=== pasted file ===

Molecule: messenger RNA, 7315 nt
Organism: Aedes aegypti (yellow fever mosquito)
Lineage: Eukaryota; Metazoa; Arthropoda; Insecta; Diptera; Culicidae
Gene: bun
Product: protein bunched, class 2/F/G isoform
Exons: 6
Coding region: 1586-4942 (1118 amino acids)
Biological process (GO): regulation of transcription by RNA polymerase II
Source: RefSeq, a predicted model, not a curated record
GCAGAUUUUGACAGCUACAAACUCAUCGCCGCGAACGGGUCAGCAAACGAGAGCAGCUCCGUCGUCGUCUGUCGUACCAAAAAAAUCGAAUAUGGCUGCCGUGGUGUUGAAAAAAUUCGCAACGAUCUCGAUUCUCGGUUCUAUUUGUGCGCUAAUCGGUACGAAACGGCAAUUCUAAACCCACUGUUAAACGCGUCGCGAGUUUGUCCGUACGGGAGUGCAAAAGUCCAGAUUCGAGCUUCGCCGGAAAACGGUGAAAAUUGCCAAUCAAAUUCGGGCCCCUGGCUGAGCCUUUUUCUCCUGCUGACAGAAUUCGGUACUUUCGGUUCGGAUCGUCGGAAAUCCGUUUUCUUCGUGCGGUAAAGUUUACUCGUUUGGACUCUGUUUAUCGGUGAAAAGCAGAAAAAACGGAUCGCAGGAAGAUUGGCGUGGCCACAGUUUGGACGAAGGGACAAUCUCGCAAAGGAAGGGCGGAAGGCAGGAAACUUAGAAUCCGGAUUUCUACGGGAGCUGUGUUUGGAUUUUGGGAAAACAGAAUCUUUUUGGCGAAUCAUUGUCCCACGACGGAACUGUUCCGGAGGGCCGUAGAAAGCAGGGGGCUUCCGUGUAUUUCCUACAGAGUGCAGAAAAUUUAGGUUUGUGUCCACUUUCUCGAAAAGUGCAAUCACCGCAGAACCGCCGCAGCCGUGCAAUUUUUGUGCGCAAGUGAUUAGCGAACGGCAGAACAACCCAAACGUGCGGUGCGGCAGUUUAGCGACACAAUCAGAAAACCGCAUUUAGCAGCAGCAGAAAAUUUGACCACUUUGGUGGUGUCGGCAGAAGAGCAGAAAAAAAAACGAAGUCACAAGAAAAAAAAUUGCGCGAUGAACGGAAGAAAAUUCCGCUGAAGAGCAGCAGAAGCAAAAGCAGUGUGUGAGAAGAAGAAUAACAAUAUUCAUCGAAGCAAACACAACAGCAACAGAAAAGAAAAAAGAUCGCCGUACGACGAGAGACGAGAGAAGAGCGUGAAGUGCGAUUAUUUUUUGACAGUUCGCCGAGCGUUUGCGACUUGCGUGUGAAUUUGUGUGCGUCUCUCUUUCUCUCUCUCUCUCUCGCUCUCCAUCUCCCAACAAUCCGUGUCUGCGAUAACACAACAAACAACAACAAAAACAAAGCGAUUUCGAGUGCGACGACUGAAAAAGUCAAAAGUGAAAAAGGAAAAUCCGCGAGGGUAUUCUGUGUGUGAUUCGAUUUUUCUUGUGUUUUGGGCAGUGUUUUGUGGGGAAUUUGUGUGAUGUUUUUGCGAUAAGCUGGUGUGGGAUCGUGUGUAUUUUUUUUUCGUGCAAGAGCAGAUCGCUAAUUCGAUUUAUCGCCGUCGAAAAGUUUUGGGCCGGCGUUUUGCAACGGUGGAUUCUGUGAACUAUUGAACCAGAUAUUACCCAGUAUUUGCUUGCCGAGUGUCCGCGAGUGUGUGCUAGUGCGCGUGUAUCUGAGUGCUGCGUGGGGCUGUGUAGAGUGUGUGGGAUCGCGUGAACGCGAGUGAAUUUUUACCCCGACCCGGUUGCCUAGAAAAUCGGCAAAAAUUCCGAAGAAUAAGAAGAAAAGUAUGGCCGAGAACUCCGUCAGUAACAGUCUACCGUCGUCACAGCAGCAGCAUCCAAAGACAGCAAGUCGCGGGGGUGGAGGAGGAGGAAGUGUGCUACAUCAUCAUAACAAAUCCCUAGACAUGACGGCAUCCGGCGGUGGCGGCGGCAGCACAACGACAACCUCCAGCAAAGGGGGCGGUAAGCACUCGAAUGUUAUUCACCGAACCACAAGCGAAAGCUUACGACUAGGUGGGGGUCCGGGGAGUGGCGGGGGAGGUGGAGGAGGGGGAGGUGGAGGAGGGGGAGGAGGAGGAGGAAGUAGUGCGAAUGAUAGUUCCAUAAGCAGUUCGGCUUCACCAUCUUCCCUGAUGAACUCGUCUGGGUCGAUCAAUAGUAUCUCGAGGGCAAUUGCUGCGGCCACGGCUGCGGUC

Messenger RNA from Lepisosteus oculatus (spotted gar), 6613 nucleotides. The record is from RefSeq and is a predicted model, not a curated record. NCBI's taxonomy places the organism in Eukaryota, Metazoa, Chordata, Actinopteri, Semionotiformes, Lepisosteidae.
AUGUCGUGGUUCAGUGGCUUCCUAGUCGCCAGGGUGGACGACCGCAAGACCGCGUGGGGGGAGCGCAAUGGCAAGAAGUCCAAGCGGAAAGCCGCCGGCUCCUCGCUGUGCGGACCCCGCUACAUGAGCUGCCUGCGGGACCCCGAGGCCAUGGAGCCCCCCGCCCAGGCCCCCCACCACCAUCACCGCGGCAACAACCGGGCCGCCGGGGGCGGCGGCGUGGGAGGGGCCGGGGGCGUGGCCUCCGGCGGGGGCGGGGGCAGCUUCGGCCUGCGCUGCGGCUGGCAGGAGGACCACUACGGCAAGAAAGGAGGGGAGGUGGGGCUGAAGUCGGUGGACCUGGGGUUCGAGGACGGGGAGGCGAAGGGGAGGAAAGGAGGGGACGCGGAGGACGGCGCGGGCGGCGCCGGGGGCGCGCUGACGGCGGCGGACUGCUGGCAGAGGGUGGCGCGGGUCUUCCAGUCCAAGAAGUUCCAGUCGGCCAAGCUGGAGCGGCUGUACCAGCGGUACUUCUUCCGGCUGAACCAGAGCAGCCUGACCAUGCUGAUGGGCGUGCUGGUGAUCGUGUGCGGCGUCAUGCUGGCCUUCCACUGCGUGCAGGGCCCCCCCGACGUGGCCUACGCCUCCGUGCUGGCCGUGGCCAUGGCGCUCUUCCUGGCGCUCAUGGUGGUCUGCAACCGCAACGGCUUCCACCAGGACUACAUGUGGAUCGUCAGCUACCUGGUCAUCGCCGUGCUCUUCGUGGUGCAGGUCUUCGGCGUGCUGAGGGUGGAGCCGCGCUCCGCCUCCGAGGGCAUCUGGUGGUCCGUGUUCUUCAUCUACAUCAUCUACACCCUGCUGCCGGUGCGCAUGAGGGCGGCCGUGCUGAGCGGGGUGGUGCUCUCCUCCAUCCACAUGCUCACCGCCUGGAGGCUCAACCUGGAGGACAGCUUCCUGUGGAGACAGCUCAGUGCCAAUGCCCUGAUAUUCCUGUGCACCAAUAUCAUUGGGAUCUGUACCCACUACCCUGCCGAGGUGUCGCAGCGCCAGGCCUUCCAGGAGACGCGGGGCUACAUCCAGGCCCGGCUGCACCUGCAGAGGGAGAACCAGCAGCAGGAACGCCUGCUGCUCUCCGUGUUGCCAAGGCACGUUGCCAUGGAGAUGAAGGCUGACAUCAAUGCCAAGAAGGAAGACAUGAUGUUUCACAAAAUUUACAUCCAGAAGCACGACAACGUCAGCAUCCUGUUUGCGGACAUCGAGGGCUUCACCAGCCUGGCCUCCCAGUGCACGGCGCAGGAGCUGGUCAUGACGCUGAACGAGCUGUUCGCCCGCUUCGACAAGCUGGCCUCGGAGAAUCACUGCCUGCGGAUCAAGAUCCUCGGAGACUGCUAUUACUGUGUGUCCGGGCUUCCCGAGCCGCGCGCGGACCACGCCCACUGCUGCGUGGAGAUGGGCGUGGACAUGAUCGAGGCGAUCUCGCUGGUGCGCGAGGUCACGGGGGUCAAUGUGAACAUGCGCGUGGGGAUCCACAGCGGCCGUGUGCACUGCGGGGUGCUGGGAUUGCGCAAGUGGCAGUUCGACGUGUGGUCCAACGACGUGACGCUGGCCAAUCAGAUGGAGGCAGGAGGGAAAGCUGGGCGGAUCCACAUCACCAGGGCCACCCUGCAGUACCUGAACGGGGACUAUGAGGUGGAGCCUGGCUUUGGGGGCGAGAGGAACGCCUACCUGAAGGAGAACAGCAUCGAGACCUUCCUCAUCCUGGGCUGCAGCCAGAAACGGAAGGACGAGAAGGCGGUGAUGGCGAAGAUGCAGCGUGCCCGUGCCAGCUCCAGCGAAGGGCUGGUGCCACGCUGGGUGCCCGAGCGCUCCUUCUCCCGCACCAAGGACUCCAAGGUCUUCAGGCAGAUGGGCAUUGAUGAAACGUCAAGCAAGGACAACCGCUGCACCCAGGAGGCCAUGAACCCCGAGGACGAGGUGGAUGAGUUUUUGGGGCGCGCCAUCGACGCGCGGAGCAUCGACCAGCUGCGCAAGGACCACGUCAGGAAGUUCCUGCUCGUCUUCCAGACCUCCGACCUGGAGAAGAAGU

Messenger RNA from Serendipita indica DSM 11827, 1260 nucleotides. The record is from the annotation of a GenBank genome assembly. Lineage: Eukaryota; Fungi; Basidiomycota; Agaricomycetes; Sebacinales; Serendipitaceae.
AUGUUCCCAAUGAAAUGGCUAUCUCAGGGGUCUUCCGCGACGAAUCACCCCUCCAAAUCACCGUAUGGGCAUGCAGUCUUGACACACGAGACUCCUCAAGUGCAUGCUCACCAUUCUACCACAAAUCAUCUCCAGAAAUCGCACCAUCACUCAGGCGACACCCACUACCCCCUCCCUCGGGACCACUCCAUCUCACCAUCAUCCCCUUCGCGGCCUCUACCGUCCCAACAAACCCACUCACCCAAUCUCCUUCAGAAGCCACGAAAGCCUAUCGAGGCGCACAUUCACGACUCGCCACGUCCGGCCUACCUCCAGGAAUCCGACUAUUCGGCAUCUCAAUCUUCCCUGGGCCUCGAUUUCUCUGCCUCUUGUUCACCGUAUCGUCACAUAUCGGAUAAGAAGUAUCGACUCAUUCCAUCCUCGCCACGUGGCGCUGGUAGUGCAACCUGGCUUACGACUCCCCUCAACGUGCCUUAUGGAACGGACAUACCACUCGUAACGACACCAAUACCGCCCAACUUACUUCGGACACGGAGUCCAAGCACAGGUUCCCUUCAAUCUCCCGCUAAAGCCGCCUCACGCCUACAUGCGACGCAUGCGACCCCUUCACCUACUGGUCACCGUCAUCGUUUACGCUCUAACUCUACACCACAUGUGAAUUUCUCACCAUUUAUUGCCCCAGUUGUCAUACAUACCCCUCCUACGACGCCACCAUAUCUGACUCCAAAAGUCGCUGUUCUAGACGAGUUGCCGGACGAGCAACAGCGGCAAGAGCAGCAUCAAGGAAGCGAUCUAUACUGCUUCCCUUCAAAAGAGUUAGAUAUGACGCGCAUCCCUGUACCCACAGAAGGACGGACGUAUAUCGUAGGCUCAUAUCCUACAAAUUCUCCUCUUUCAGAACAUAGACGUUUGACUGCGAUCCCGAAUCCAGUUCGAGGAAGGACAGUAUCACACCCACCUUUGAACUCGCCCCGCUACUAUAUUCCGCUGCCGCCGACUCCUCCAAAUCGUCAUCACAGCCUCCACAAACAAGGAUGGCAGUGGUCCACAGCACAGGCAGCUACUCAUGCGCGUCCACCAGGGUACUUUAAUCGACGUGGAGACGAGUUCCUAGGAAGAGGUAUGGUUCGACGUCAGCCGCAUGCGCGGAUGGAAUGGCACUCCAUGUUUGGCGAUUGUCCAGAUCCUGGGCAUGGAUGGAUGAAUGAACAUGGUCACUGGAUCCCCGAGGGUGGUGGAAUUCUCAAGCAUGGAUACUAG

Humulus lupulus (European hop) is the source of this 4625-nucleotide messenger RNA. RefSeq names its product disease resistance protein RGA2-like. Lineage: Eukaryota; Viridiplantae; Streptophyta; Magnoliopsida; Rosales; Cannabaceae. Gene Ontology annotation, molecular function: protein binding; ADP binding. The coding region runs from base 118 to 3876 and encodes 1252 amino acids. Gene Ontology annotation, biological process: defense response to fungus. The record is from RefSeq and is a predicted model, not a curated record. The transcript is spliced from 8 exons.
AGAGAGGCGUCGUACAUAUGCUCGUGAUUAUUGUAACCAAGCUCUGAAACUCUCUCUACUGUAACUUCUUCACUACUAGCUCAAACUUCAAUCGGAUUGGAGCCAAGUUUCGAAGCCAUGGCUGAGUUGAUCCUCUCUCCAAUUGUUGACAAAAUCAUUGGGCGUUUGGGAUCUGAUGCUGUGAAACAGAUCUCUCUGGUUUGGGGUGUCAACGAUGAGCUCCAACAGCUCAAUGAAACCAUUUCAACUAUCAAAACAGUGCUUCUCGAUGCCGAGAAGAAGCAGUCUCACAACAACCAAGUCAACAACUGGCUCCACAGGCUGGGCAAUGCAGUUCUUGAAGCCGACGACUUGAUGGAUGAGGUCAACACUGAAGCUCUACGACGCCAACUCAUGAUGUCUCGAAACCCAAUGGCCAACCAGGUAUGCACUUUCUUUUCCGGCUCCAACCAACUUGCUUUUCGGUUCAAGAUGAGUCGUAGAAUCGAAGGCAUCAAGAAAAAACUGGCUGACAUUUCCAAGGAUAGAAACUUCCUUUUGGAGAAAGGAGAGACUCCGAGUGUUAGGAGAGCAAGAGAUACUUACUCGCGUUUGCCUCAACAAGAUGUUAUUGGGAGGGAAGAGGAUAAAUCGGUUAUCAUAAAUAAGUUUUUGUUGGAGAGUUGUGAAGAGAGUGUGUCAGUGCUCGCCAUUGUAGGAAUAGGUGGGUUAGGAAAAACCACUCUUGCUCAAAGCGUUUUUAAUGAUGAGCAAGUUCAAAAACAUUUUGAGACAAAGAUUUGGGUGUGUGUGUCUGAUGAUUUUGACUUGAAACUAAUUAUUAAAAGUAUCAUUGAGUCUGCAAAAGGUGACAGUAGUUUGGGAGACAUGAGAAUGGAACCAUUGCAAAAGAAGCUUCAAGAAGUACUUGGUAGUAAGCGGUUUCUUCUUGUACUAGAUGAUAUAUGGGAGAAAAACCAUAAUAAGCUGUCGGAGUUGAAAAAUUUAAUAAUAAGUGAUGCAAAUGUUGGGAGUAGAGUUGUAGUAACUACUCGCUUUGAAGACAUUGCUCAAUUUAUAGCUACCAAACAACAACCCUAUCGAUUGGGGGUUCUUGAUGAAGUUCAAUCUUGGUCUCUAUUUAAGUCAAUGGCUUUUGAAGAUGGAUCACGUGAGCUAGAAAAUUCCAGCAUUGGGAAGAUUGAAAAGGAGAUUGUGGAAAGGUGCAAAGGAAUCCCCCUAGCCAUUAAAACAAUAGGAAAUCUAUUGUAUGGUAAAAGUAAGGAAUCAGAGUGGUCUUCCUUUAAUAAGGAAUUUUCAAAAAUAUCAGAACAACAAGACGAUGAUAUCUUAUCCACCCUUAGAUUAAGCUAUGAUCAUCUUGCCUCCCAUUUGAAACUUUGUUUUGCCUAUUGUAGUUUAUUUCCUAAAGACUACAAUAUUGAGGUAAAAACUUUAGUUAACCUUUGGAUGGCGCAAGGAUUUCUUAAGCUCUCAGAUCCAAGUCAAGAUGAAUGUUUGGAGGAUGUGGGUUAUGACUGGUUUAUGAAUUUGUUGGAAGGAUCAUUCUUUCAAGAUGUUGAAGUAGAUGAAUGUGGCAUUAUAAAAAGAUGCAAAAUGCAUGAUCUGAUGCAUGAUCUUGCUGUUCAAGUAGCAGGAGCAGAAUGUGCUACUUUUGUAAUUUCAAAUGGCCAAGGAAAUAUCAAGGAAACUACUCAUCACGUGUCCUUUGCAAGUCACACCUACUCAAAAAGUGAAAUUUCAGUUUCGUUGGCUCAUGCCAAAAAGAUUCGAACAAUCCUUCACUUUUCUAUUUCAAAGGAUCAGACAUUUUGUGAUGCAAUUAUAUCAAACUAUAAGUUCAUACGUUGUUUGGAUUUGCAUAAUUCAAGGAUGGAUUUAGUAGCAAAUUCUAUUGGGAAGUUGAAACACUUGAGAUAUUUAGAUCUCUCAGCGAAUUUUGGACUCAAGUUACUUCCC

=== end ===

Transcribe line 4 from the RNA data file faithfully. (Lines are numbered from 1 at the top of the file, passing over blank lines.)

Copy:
Gene: bun